The pot-smoking coach-potato cliché is slowly but surely evaporating, especially in big cities like L.A., where marijuana is now legal and the multitude of things to do while high promise so much more fun than staying home. Grassfed events have been a big part of this focus on interactive gatherings driven by, as they say, the “mindful consumption of cannabis.” From virtual-reality experiences to music and art shows to burlesque nights, Grassfed aims to enhance experiences and engage weed enthusiasts of all stripes, proving that smokers, vapers and edibles fans are as diverse as cocktail lovers.
At a recent VR party called Innerspace, Grassfed offered a cosmic escape into extrasensory realms, providing an eye-popping intro to virtual reality and bringing together a wide array of immersive technologies that went beyond the standard VR headset (we had to lie down for a couple of the experiences, which played with sound as well as sight). Fans of both tech and toking were on hand for the immersive warehouse event, and companies like Breathscape and Soundsurf provided setups that allowed patrons to tune out the busy environment that surrounded us, and connect with our minds and bodies from within, all enhanced by cannabis products that were showcased and available for sampling throughout the event.
“The cannabis community comprises a wide spectrum, with different age groups, consumption levels and experience level,” says Grassfed’s Tomer Grassiany of his events. “With legalization, and cannabis becoming more mainstream, we see a new crop of people entering the cannabis community and either getting out of the ‘green closet’ or simply feeling it is OK to try it now.”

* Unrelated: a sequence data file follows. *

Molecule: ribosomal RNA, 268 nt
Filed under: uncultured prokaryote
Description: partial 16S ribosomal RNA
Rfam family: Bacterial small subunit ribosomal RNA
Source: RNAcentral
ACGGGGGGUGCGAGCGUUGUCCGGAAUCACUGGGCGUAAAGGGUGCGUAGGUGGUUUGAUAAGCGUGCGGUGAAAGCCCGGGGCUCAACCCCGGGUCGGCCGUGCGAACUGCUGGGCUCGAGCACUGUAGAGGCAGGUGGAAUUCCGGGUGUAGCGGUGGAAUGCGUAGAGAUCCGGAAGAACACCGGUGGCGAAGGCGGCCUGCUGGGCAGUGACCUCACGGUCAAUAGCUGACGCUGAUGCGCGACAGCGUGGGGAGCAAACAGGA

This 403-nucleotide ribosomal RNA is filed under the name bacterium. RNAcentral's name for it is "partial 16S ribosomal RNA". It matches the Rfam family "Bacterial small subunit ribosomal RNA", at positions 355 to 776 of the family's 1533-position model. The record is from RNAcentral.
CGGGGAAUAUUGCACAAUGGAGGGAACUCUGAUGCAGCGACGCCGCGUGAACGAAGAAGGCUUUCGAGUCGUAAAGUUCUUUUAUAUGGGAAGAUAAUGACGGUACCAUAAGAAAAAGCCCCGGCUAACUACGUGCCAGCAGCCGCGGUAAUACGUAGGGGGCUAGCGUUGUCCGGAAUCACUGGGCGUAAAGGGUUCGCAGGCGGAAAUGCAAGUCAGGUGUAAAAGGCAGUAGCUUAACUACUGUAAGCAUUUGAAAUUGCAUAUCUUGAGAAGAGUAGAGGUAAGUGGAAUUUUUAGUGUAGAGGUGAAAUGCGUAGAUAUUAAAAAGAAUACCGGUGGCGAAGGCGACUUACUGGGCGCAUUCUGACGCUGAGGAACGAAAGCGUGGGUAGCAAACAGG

Founded by Dan Braunstein, Grassfed started operating in L.A. in late 2016, first presenting five-course cannabis-infused dinners, with an innovative vape-only cannabis bar and an eclectic curated playlist. After several successful dinners, Braunstein partnered with Grassiany and started shifting to other social events, including their first Virtual Reality & Cannabis event. They saw “a demand for similar social events, [so we] expanded to other things that provide a unique experience that have a natural connection to cannabis,” says Grassiany. Marijuana Madness, their Prohibition-themed jazz-era burlesque show, soon followed.
They’ve amassed a nice following of weed fans looking for unique happenings in town, but opening minds has not been easy. “Some of our main challenges involve promotions of events, as most online advertising platforms (like Facebook, Instagram, Twitter, Google) are not cannabis-friendly,” Grassiany laments. “[And many] venues are still not cannabis-friendly.”
Though one might assume the recent legalization in California would have changed things, Grassiany says that many locales still refer to the federal laws that classify cannabis as a Schedule 1 controlled substance. Hence, many of their events are still private, held in warehouses on the outskirts of town. But Grassfed’s uproarious burlesque show — happening tonight — has found a regular home at a proper club, the Silver Lake nightclub Los Globos. The burlesque dance spectacle is building a nice following and attracts both fans of the entertainment variety model and vaping cannabis. Grassfed events tout the cleanliness and efficiency of vaporizers over burning and traditional smoking, so leave your pipes and joints at home.
The plan is for Innerspace and Marijuana Madness to pop up in more cities across California soon, as well as other legal states, and to have a presence at gatherings of all kinds. “We aim to bring our cannabis bars to more weddings, parties and corporate events,” Grassiany says of Grassfed’s plans to help normalize social cannabis consumption. It’s their hope that soon the stigma will be gone and that cannibis sampling will be “akin to wine tastings rather than doing shots at the bar.”